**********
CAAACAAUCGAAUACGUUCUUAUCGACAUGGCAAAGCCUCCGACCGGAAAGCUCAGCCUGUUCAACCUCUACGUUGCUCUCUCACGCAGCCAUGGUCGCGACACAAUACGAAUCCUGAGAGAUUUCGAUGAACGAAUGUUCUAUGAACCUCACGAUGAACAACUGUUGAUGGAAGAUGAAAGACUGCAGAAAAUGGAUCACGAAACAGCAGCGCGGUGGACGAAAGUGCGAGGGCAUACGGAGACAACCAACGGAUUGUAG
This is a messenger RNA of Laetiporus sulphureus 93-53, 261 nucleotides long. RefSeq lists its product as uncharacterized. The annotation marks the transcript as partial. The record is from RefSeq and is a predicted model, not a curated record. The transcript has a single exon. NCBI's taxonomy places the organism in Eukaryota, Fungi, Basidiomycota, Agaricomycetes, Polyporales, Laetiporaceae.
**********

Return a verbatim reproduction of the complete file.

CAAACAAUCGAAUACGUUCUUAUCGACAUGGCAAAGCCUCCGACCGGAAAGCUCAGCCUGUUCAACCUCUACGUUGCUCUCUCACGCAGCCAUGGUCGCGACACAAUACGAAUCCUGAGAGAUUUCGAUGAACGAAUGUUCUAUGAACCUCACGAUGAACAACUGUUGAUGGAAGAUGAAAGACUGCAGAAAAUGGAUCACGAAACAGCAGCGCGGUGGACGAAAGUGCGAGGGCAUACGGAGACAACCAACGGAUUGUAG
This is a messenger RNA of Laetiporus sulphureus 93-53, 261 nucleotides long. RefSeq lists its product as uncharacterized. The annotation marks the transcript as partial. The record is from RefSeq and is a predicted model, not a curated record. The transcript has a single exon. NCBI's taxonomy places the organism in Eukaryota, Fungi, Basidiomycota, Agaricomycetes, Polyporales, Laetiporaceae.